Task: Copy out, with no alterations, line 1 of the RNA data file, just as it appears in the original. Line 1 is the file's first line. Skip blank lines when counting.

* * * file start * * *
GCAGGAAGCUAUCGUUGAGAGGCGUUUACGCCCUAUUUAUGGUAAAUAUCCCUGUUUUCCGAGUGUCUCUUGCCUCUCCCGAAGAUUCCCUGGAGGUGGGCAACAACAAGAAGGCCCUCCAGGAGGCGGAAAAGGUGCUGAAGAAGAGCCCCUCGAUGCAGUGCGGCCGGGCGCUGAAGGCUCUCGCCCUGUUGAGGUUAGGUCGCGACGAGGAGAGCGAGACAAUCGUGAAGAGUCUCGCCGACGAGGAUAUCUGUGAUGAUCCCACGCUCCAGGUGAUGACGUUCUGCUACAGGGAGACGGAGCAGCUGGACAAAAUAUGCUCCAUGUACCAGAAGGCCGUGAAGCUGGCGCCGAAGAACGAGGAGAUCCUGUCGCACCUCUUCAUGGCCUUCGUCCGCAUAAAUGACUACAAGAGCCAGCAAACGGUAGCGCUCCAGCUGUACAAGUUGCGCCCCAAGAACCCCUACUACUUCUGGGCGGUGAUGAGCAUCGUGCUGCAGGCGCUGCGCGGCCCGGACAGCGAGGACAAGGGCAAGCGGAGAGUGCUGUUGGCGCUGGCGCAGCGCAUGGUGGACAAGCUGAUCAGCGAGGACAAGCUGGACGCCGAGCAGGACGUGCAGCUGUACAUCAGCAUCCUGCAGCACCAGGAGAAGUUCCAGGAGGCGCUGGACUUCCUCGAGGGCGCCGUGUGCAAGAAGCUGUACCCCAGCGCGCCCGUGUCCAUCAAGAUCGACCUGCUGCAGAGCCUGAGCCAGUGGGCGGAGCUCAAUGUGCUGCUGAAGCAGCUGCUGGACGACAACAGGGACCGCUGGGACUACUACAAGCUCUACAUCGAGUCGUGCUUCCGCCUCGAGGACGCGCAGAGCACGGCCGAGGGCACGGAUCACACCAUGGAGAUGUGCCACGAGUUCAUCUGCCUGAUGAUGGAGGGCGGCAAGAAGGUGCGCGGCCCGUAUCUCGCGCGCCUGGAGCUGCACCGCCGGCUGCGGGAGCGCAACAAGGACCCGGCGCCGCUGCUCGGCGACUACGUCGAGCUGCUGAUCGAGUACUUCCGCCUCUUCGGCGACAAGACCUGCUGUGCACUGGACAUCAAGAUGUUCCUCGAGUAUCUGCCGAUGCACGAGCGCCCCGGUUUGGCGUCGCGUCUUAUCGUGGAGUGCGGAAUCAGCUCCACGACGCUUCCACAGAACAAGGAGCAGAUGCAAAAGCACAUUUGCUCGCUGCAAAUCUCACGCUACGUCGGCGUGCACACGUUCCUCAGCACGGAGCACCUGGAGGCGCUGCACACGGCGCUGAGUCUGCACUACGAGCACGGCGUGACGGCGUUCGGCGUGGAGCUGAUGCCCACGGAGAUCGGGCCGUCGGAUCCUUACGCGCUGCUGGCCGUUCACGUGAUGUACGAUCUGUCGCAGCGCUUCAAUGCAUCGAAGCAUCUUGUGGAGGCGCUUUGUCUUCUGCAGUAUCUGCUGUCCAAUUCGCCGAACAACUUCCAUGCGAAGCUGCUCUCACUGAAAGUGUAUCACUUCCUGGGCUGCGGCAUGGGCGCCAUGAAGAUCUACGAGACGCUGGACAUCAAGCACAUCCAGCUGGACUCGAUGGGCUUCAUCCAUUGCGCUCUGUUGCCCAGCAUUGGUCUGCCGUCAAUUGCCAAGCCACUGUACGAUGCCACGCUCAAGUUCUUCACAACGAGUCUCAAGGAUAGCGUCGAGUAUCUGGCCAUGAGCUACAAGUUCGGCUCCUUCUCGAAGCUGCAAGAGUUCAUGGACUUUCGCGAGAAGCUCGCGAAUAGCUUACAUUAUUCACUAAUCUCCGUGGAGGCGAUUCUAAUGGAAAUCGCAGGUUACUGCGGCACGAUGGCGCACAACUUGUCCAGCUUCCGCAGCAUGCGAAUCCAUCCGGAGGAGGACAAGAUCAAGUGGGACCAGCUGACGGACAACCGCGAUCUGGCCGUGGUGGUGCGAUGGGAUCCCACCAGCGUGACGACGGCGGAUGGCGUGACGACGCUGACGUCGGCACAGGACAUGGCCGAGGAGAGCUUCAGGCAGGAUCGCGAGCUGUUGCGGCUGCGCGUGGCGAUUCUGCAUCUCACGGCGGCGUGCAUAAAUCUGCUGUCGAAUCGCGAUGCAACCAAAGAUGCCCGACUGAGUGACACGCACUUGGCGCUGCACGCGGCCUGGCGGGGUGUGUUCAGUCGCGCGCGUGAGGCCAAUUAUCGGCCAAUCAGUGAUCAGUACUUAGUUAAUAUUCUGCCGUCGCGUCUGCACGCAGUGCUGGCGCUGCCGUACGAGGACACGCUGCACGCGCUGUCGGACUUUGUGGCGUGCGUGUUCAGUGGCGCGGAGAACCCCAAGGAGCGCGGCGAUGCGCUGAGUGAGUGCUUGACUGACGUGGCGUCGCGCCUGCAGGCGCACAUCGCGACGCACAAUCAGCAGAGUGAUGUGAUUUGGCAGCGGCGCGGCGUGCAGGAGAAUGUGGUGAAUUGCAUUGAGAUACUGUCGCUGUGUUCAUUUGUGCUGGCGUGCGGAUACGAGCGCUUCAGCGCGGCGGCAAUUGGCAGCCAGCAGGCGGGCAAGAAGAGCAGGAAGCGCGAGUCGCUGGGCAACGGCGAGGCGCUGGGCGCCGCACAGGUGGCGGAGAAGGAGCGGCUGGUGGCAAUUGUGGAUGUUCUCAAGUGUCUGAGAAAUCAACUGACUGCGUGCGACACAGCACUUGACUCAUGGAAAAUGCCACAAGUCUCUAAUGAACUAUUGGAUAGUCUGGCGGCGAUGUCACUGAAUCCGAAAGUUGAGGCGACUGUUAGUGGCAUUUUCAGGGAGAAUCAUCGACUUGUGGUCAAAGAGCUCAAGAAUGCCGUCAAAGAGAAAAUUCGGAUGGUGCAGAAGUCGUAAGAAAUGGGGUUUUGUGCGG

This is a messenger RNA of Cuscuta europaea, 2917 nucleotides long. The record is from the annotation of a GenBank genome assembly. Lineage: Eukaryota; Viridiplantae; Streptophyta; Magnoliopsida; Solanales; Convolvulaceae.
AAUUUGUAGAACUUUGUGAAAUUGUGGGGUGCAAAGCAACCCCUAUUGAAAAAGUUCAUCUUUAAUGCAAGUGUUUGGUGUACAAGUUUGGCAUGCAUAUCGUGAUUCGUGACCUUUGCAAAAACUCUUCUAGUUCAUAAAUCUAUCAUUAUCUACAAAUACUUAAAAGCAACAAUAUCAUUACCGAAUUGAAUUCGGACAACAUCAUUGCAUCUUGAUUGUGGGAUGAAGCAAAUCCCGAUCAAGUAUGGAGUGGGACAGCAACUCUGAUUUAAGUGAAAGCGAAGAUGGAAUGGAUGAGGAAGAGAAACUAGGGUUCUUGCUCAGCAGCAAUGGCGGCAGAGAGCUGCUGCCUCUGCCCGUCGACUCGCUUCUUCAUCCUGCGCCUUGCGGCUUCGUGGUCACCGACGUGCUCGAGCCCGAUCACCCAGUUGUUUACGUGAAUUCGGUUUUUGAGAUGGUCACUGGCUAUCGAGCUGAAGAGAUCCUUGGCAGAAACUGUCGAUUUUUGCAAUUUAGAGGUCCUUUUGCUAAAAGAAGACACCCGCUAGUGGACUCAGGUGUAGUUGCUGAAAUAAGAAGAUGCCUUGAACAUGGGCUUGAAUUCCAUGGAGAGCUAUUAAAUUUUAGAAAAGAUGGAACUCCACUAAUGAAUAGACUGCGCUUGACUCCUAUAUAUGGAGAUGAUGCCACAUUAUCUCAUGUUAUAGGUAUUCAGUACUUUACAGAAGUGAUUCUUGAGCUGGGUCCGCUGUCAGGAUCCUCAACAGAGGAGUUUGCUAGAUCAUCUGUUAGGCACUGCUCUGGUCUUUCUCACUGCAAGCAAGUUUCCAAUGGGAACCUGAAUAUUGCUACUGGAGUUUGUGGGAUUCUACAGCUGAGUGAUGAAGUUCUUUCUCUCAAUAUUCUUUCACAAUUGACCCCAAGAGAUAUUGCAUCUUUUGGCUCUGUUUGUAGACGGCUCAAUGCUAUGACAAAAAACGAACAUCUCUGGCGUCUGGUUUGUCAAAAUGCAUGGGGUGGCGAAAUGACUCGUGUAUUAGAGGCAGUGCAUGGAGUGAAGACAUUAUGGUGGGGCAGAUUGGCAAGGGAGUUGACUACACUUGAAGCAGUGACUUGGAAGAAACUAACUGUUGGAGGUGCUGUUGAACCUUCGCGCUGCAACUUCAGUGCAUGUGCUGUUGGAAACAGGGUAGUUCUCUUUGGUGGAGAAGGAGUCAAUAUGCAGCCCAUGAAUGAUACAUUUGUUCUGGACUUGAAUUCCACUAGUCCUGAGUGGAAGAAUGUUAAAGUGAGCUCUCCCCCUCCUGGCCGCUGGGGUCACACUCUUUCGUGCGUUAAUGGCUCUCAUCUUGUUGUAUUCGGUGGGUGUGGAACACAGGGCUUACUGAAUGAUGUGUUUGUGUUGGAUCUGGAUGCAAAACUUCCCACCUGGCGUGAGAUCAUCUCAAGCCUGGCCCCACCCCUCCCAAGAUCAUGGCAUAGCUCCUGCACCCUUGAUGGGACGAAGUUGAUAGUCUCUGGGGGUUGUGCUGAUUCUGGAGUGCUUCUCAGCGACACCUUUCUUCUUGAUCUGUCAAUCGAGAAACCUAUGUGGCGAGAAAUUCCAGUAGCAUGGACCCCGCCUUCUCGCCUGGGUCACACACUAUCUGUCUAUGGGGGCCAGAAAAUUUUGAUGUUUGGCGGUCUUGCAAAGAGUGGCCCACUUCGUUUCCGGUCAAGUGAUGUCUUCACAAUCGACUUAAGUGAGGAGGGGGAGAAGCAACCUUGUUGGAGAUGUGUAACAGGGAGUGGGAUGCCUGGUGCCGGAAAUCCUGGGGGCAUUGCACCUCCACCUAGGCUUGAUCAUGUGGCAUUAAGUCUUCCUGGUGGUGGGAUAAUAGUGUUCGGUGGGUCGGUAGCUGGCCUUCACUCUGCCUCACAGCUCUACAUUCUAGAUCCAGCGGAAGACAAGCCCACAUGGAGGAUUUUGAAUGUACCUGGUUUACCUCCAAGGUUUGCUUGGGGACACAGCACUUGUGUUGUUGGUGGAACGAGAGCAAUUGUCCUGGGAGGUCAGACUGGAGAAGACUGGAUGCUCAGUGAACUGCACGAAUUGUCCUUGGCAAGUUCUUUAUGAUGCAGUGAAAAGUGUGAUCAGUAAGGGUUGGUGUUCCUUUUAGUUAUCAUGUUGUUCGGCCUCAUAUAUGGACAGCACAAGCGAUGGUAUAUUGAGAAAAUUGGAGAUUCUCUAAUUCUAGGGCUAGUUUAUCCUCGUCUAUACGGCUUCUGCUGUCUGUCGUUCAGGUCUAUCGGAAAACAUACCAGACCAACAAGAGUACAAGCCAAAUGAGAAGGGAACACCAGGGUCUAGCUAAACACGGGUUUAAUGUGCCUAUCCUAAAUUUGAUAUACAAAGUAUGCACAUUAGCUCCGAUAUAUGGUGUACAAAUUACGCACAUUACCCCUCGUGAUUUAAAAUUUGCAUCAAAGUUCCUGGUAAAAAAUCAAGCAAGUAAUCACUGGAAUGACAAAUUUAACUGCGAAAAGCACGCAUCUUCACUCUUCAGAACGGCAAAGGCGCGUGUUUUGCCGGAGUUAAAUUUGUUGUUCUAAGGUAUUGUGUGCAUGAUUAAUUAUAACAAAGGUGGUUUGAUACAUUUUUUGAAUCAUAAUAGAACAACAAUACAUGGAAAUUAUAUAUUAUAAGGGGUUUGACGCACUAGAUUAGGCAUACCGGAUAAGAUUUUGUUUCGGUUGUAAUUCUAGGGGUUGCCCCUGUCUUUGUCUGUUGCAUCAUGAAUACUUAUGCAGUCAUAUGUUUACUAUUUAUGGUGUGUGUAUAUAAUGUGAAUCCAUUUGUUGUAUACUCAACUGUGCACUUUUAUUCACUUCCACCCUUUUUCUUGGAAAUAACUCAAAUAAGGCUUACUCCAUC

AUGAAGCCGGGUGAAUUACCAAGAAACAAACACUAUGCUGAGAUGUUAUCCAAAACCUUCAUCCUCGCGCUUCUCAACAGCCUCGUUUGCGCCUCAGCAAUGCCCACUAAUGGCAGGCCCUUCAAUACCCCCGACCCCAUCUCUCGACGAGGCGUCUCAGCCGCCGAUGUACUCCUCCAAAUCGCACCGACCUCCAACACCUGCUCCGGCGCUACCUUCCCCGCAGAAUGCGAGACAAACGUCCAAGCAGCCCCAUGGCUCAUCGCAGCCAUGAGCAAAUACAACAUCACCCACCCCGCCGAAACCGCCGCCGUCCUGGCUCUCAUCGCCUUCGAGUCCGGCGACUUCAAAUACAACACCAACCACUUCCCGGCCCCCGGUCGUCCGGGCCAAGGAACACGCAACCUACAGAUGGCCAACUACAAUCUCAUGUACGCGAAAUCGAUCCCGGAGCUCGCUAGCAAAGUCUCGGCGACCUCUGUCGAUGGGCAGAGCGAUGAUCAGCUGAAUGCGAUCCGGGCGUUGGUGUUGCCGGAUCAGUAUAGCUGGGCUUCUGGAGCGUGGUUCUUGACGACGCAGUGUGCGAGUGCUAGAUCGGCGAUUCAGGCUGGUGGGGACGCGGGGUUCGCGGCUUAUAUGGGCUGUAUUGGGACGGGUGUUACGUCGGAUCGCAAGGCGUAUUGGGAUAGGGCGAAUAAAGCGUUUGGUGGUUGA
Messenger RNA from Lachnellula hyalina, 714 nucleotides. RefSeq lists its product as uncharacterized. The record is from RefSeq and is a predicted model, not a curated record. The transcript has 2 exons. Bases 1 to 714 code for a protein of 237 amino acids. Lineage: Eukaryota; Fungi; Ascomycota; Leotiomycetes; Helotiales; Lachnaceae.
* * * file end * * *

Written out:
GCAGGAAGCUAUCGUUGAGAGGCGUUUACGCCCUAUUUAUGGUAAAUAUCCCUGUUUUCCGAGUGUCUCUUGCCUCUCCCGAAGAUUCCCUGGAGGUGGGCAACAACAAGAAGGCCCUCCAGGAGGCGGAAAAGGUGCUGAAGAAGAGCCCCUCGAUGCAGUGCGGCCGGGCGCUGAAGGCUCUCGCCCUGUUGAGGUUAGGUCGCGACGAGGAGAGCGAGACAAUCGUGAAGAGUCUCGCCGACGAGGAUAUCUGUGAUGAUCCCACGCUCCAGGUGAUGACGUUCUGCUACAGGGAGACGGAGCAGCUGGACAAAAUAUGCUCCAUGUACCAGAAGGCCGUGAAGCUGGCGCCGAAGAACGAGGAGAUCCUGUCGCACCUCUUCAUGGCCUUCGUCCGCAUAAAUGACUACAAGAGCCAGCAAACGGUAGCGCUCCAGCUGUACAAGUUGCGCCCCAAGAACCCCUACUACUUCUGGGCGGUGAUGAGCAUCGUGCUGCAGGCGCUGCGCGGCCCGGACAGCGAGGACAAGGGCAAGCGGAGAGUGCUGUUGGCGCUGGCGCAGCGCAUGGUGGACAAGCUGAUCAGCGAGGACAAGCUGGACGCCGAGCAGGACGUGCAGCUGUACAUCAGCAUCCUGCAGCACCAGGAGAAGUUCCAGGAGGCGCUGGACUUCCUCGAGGGCGCCGUGUGCAAGAAGCUGUACCCCAGCGCGCCCGUGUCCAUCAAGAUCGACCUGCUGCAGAGCCUGAGCCAGUGGGCGGAGCUCAAUGUGCUGCUGAAGCAGCUGCUGGACGACAACAGGGACCGCUGGGACUACUACAAGCUCUACAUCGAGUCGUGCUUCCGCCUCGAGGACGCGCAGAGCACGGCCGAGGGCACGGAUCACACCAUGGAGAUGUGCCACGAGUUCAUCUGCCUGAUGAUGGAGGGCGGCAAGAAGGUGCGCGGCCCGUAUCUCGCGCGCCUGGAGCUGCACCGCCGGCUGCGGGAGCGCAACAAGGACCCGGCGCCGCUGCUCGGCGACUACGUCGAGCUGCUGAUCGAGUACUUCCGCCUCUUCGGCGACAAGACCUGCUGUGCACUGGACAUCAAGAUGUUCCUCGAGUAUCUGCCGAUGCACGAGCGCCCCGGUUUGGCGUCGCGUCUUAUCGUGGAGUGCGGAAUCAGCUCCACGACGCUUCCACAGAACAAGGAGCAGAUGCAAAAGCACAUUUGCUCGCUGCAAAUCUCACGCUACGUCGGCGUGCACACGUUCCUCAGCACGGAGCACCUGGAGGCGCUGCACACGGCGCUGAGUCUGCACUACGAGCACGGCGUGACGGCGUUCGGCGUGGAGCUGAUGCCCACGGAGAUCGGGCCGUCGGAUCCUUACGCGCUGCUGGCCGUUCACGUGAUGUACGAUCUGUCGCAGCGCUUCAAUGCAUCGAAGCAUCUUGUGGAGGCGCUUUGUCUUCUGCAGUAUCUGCUGUCCAAUUCGCCGAACAACUUCCAUGCGAAGCUGCUCUCACUGAAAGUGUAUCACUUCCUGGGCUGCGGCAUGGGCGCCAUGAAGAUCUACGAGACGCUGGACAUCAAGCACAUCCAGCUGGACUCGAUGGGCUUCAUCCAUUGCGCUCUGUUGCCCAGCAUUGGUCUGCCGUCAAUUGCCAAGCCACUGUACGAUGCCACGCUCAAGUUCUUCACAACGAGUCUCAAGGAUAGCGUCGAGUAUCUGGCCAUGAGCUACAAGUUCGGCUCCUUCUCGAAGCUGCAAGAGUUCAUGGACUUUCGCGAGAAGCUCGCGAAUAGCUUACAUUAUUCACUAAUCUCCGUGGAGGCGAUUCUAAUGGAAAUCGCAGGUUACUGCGGCACGAUGGCGCACAACUUGUCCAGCUUCCGCAGCAUGCGAAUCCAUCCGGAGGAGGACAAGAUCAAGUGGGACCAGCUGACGGACAACCGCGAUCUGGCCGUGGUGGUGCGAUGGGAUCCCACCAGCGUGACGACGGCGGAUGGCGUGACGACGCUGACGUCGGCACAGGACAUGGCCGAGGAGAGCUUCAGGCAGGAUCGCGAGCUGUUGCGGCUGCGCGUGGCGAUUCUGCAUCUCACGGCGGCGUGCAUAAAUCUGCUGUCGAAUCGCGAUGCAACCAAAGAUGCCCGACUGAGUGACACGCACUUGGCGCUGCACGCGGCCUGGCGGGGUGUGUUCAGUCGCGCGCGUGAGGCCAAUUAUCGGCCAAUCAGUGAUCAGUACUUAGUUAAUAUUCUGCCGUCGCGUCUGCACGCAGUGCUGGCGCUGCCGUACGAGGACACGCUGCACGCGCUGUCGGACUUUGUGGCGUGCGUGUUCAGUGGCGCGGAGAACCCCAAGGAGCGCGGCGAUGCGCUGAGUGAGUGCUUGACUGACGUGGCGUCGCGCCUGCAGGCGCACAUCGCGACGCACAAUCAGCAGAGUGAUGUGAUUUGGCAGCGGCGCGGCGUGCAGGAGAAUGUGGUGAAUUGCAUUGAGAUACUGUCGCUGUGUUCAUUUGUGCUGGCGUGCGGAUACGAGCGCUUCAGCGCGGCGGCAAUUGGCAGCCAGCAGGCGGGCAAGAAGAGCAGGAAGCGCGAGUCGCUGGGCAACGGCGAGGCGCUGGGCGCCGCACAGGUGGCGGAGAAGGAGCGGCUGGUGGCAAUUGUGGAUGUUCUCAAGUGUCUGAGAAAUCAACUGACUGCGUGCGACACAGCACUUGACUCAUGGAAAAUGCCACAAGUCUCUAAUGAACUAUUGGAUAGUCUGGCGGCGAUGUCACUGAAUCCGAAAGUUGAGGCGACUGUUAGUGGCAUUUUCAGGGAGAAUCAUCGACUUGUGGUCAAAGAGCUCAAGAAUGCCGUCAAAGAGAAAAUUCGGAUGGUGCAGAAGUCGUAAGAAAUGGGGUUUUGUGCGG